Dominionists and recruitment of youth
The Purpose Driven Life Takers focuses on an increasing--and somewhat disturbing--trend, that being, the promotion of "spiritual warfare" theology to kids via video games. (The game featured is essentially a version of "Grand Theft Auto" for the dominionist set, where players earn points for conversion or killing of non-dominionists.)
The game parallels some disturbing trends among racist groups (in that games are being used as tools for recruitment), and--more disturbingly--Rick Warren, author of "A Purpose Driven Life" (one of the more popular books in the evangelical community), has the director of his church sitting on the board of the company developing this game:
The international director of Mr. Warren's Purpose Driven Church, Mark Carver, is a former investment banker who serves on the Advisory Board of the corporation created in October 2001 to develop and market this game. The creators plan to market their game using the same network marketing techniques that Mr. Warren used to turn The Purpose Driven Life into a commercial success. For example, they plan to distribute their merchandise through pastoral networks, especially mega-churches.
Warren does have links to dominionist groups--most notably in the "spiritual warfare" communities, like Ron Luce's "BattleCry", and by his own admission is a promoter of "stealth evangelism":
In order to build this earthly kingdom, Mr. Warren plans marketplace ministries - business ventures with a veneer of missionary compassion that slip into a country in order to transform it systematically through the governmental, corporate, and social sectors. And that is why Mr. Warren calls himself a "stealth evangelist" - because he wishes to cloak his dominionist agenda, which is the establishment of an earthly kingdom that reflects his skewed vision of Christianity.
This leads us to entry the second (well, technically, second through fourth) of our anthology:
If you want to get an idea what is meant by "stealth evangelism", there is probably not a better source than to go straight to the horses' mouth. This three-parter is an in-depth look at an actual "stealth evangelism" manual published by Ron Luce and distributed by "Christian contemporary" singer Carman back in 1995. The viewpoints promoted are frightening:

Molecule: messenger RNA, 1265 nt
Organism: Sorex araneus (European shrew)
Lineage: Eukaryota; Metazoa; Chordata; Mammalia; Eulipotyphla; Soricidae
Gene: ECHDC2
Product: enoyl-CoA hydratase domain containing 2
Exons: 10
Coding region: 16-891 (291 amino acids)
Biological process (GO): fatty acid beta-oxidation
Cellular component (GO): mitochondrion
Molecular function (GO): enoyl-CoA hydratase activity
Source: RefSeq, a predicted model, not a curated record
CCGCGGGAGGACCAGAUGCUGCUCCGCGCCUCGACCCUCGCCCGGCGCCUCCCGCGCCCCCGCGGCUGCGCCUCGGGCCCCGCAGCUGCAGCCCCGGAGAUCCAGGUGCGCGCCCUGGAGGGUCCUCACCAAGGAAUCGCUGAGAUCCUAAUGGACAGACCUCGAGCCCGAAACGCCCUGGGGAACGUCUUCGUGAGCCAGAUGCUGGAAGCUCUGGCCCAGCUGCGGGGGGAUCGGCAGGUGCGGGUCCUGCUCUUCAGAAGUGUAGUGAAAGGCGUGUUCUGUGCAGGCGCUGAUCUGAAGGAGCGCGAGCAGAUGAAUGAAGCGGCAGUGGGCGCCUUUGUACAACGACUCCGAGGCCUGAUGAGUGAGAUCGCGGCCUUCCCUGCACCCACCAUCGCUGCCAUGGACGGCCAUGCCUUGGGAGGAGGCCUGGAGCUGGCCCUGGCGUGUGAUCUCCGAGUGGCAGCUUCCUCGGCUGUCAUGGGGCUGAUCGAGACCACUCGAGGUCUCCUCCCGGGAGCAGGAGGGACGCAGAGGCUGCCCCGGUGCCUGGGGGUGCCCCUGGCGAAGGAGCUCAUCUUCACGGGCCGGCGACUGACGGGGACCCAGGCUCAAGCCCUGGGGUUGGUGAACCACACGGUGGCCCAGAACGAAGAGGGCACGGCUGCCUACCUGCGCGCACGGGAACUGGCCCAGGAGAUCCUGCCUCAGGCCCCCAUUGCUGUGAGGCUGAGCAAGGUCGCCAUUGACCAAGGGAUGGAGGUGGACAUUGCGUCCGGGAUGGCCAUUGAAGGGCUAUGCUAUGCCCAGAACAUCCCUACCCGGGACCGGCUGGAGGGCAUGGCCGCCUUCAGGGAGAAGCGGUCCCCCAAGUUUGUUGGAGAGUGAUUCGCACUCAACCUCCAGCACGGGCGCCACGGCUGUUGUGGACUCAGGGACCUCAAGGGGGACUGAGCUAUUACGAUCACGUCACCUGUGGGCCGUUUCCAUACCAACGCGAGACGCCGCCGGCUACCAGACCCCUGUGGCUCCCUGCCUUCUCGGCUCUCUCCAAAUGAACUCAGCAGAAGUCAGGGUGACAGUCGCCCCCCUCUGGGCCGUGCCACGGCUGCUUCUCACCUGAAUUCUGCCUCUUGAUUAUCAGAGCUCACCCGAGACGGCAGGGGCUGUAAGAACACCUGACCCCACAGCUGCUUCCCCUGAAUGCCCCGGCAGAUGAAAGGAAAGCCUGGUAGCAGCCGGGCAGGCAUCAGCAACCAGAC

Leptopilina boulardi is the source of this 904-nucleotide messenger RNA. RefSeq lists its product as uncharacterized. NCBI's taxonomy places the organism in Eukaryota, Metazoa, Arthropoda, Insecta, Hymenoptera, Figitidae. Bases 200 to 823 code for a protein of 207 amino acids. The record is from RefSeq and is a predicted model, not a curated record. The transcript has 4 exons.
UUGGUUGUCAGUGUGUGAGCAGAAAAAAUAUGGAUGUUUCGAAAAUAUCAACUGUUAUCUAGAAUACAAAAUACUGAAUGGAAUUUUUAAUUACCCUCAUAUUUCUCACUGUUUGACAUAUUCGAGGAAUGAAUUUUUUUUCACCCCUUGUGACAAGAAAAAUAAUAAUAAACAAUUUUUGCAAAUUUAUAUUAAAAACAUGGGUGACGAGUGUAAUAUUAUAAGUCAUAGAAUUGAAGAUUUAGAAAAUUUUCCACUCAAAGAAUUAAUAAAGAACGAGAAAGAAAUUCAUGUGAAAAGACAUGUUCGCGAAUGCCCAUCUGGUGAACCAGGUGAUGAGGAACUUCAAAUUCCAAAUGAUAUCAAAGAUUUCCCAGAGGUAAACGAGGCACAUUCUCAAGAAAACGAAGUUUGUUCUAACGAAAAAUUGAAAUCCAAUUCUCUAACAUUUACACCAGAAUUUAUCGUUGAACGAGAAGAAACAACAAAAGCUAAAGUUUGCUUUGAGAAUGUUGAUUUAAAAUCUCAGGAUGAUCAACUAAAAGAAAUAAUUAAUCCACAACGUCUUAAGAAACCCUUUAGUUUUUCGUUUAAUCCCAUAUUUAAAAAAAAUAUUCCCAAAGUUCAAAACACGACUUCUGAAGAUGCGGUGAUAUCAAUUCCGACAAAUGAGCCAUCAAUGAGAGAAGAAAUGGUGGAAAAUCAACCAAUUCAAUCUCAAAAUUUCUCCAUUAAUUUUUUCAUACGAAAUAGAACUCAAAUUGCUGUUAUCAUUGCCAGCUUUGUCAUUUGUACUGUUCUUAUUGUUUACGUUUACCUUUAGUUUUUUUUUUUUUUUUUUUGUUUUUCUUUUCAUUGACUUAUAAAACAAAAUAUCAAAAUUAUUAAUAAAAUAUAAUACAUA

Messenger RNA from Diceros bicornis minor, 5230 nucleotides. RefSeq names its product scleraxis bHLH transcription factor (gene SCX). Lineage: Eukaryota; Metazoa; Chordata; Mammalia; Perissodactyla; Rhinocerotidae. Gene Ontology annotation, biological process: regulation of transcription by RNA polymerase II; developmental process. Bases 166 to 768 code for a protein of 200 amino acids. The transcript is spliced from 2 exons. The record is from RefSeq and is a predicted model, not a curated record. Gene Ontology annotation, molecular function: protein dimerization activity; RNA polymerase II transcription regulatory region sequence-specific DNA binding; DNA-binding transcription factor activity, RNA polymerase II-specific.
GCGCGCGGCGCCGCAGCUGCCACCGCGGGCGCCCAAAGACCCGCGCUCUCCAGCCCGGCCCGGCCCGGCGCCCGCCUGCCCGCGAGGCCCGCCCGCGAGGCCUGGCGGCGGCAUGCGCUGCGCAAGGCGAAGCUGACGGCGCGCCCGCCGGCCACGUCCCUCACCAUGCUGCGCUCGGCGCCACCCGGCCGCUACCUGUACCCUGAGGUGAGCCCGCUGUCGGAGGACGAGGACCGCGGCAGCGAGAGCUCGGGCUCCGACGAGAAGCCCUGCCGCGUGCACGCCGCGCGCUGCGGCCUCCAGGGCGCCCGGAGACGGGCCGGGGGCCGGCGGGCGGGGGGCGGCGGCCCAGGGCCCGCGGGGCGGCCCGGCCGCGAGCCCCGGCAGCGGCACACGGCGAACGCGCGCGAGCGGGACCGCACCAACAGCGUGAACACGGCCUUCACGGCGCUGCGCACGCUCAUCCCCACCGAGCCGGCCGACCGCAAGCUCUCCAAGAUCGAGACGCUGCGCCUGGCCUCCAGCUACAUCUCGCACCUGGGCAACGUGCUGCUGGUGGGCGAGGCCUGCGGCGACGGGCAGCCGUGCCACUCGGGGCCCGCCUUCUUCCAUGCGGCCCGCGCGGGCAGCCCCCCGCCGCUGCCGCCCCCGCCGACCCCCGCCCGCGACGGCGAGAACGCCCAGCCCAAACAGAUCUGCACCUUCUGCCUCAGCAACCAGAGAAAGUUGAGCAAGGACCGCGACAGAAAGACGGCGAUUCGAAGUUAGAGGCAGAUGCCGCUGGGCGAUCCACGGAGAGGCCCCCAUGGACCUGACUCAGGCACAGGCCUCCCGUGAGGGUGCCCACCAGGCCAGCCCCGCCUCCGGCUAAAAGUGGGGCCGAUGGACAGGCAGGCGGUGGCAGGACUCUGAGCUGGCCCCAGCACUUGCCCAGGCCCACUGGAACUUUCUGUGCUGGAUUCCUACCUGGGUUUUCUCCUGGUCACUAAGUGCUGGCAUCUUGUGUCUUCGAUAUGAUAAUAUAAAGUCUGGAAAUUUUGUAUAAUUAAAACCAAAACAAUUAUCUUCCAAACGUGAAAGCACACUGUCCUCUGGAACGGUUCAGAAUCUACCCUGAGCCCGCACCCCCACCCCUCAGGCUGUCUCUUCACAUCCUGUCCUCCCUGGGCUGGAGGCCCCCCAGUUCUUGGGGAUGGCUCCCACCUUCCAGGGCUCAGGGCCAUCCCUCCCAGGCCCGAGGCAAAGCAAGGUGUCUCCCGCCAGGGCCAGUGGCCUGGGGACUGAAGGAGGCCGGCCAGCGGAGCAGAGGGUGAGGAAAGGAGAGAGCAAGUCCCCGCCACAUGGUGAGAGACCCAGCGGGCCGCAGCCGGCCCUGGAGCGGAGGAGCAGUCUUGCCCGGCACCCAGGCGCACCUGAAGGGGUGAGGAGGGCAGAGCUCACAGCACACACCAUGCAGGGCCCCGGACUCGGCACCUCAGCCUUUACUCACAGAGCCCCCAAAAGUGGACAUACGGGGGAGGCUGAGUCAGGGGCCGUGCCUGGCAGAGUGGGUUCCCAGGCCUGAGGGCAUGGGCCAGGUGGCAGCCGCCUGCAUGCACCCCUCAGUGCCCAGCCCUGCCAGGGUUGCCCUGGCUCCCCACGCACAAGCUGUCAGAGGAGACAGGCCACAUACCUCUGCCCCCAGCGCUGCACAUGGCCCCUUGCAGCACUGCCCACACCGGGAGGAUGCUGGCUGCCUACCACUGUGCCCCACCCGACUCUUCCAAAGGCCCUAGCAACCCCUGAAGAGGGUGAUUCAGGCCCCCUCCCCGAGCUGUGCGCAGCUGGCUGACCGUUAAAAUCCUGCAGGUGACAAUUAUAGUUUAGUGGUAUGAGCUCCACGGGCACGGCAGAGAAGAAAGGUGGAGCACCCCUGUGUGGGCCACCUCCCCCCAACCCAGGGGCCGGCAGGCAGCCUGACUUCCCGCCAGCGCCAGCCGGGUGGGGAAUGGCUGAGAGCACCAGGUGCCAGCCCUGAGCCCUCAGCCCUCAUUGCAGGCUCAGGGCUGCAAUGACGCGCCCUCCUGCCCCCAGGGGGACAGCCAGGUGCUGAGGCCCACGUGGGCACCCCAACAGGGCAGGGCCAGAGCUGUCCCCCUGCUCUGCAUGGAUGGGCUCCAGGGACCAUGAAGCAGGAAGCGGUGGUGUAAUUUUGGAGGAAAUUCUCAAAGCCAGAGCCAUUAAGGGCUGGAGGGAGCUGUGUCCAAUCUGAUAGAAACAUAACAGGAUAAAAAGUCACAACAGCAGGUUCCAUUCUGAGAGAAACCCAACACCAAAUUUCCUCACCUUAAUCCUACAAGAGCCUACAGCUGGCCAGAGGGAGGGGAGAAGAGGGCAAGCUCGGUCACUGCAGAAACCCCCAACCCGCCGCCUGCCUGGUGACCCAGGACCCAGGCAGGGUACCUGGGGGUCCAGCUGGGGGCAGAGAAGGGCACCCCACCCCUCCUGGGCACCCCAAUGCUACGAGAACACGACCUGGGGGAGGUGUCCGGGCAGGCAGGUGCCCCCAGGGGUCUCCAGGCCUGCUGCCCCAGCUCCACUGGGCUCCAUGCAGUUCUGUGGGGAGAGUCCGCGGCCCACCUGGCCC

Later on, the "See You At The Pole" events are promoted as a good example of "RIOT Action". This, too, is a subtle reference to "spiritual warfare"; Religious Tolerance, a site based in Ontario, has documented multiple reports of a particularly disturbing tradition at SYATP events:
Part 1 focuses largely on theology and mindset; parts 2 and 3 are an expose of tactics. And such things are being promoted even to this day in groups like "BattleCry".
Blurring The Line Between Faith and Fighting is a very good article that exposes the military imagery in "spiritual warfare" groups like BattleCry:
Why all the military imagery and terminology? Isn't spiritual warfare enough? Why does it appear that many churches are more than ready to take the next step, and take this 'warfare' out of the churches and into the streets? And why the warlike emphasis on teen evangelicism? Battlecry is one of the most overt examples of the use of military imagery and martyrdom to fire young people up into some kind of crazed fury. Their use of military terms is the most overt, and the use of SEALS in their latest mass rally is disturbing on many levels- not the least of which is the tie-in with military recuritment in the real-life armed forces.
Christian Wars is another excellent piece on BattleCry and the "spiritual warfare" imagery therein:
But things have changed again- for the worse. The war imagery pendulum is swinging back from the spiritual realm to the real world, a place that should be of concern to moderate Christians and non-religious people alike. Instead of the Christian version of 'jihad' or 'struggle' against the internal adversaries of spiritual practice, the struggle has been moved to the outside world and its perceived adversaries- all nonbelievers- including fellow Christians. The constant and urgent message is this: Christians are being attacked. There is a war against Christianity. Christians must go on the offensive and fight back." This message is constant and unrelenting. In spite the fact that they are currently in power, there is still a war against them going on, and battles to be fought against a nebulous and often changing enemy. That enemy is now 'the flesh, Satan, and the world'.
One of the first, and still one of the better, articles on BattleCry itself is Christ's Righteously Equipped Warriors (referenced in above article). Joan Bokaer does one of the better exposes of BattleCry that I've seen; the comments also include specific info on links between BattleCry and other groups promoting "spiritual warfare" theology, notably Ted Haggard's New Life Church and Assemblies-linked "spiritual warfare" promoters.